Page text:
For more than a decade, policymakers on Capitol Hill have repeatedly tried and failed to pass meaningful federal data breach notification laws that would require companies to share details about cybersecurity incidents that they experience. As a result, organizations have to comply with a patchwork of more than 50 notification laws for each state and territory in the U.S.

However, a group of lawmakers are pushing colleagues and business associations to revisit these efforts, arguing that recent incidents have highlighted how the lack of mandatory reporting rules makes it harder to detect and respond to major incidents.

“There was a ‘holy heck’ moment with SolarWinds,” Sen. Mark Warner (D., Virginia) told members of the U.S. Chamber of Commerce, a major lobbying group for U.S. businesses, on Tuesday. “We need to focus on [creating] a structure that would allow some limited mandatory reporting for government contractors and critical infrastructure.”

Sen. Warner added that he and colleagues on the Senate Intelligence Committee, which he chairs, have been examining various mandatory reporting models and are working with White House officials on the matter, including Deputy National Security Advisor for Cyber and Emerging Technology Anne Neuberger. Although some sectors have breach reporting regulations in place, there currently isn’t one for critical infrastructure as a whole—the government estimates that around 80% of critical infrastructure in the U.S. is privately owned.

Although details of the chosen model are still to be determined, Sen. Warner suggested that it would grant companies limited immunity to create an incentive to report incidents, and would anonymize sensitive corporate and personnel information to protect the privacy of the reporting organizations, their employees, and customers. It would also rely on a centralized bureau to collect and analyze information about cybersecurity incidents, in the same way that the Treasury Department’s Financial Crimes Enforcement Network collects suspicious activity reports and the National Transportation Safety Board investigates and reports on aviation accidents, highway crashes, and maritime incidents.

Under legislation that’s currently being drafted by Rep. Michael McCaul (R., Texas) and Rep. Jim Langevin (D., Rhode Island), the Department of Homeland Security’s Cybersecurity and Infrastructure Security Agency would be responsible for that role. At a joint hearing of the House Committee on Oversight and Reform and the House Homeland Security Committee in February, Rep. McCaul said their bill would also protect companies by removing details such as sources, methods, and company names out of reports.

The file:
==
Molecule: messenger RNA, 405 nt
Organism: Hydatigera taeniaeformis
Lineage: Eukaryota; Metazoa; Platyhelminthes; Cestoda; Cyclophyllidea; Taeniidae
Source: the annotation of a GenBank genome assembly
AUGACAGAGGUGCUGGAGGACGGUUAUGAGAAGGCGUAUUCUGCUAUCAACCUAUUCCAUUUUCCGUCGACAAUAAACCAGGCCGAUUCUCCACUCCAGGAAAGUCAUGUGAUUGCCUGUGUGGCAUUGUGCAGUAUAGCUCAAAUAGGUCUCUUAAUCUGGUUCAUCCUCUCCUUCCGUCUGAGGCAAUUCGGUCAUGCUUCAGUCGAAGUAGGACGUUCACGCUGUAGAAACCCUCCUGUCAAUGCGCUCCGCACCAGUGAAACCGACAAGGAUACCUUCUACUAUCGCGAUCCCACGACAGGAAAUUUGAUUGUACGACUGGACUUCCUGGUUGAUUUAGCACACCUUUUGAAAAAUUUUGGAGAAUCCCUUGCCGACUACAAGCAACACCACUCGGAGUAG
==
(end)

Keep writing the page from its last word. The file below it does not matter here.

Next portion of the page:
Other lawmakers including Sen. Angus King (I., Maine) and Representatives Bennie Thompson (D., Mississippi) and John Katko (R., New York) have spoken recently about either introducing federal reporting laws or supporting such legislation.

“In recent days, I have been encouraged to learn of growing interest in enacting a cyber incident reporting law,” Rep. Thompson said during the February joint hearing. “We look forward to trying again this year and hope we can enact cyber incident notification legislation in short order.”

According to Sen. Warner, a federal reporting rule could potentially be the first step in establishing global norms for cybersecurity, which could potentially serve as a “red line” to nation state adversaries.

“If we can get the right regime set up in the United States, I think we’ll see many other nations move in this same direction,” he told the Chamber of Commerce. “And if we can get to that level of some acceptable level of cyber norms—what fits into classic espionage, what fits into denial-of-service—I think we can rally the world to make sure when our adversaries do take these actions, they pay a meaningful price.”


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Editorial Director, The Record by Recorded Future

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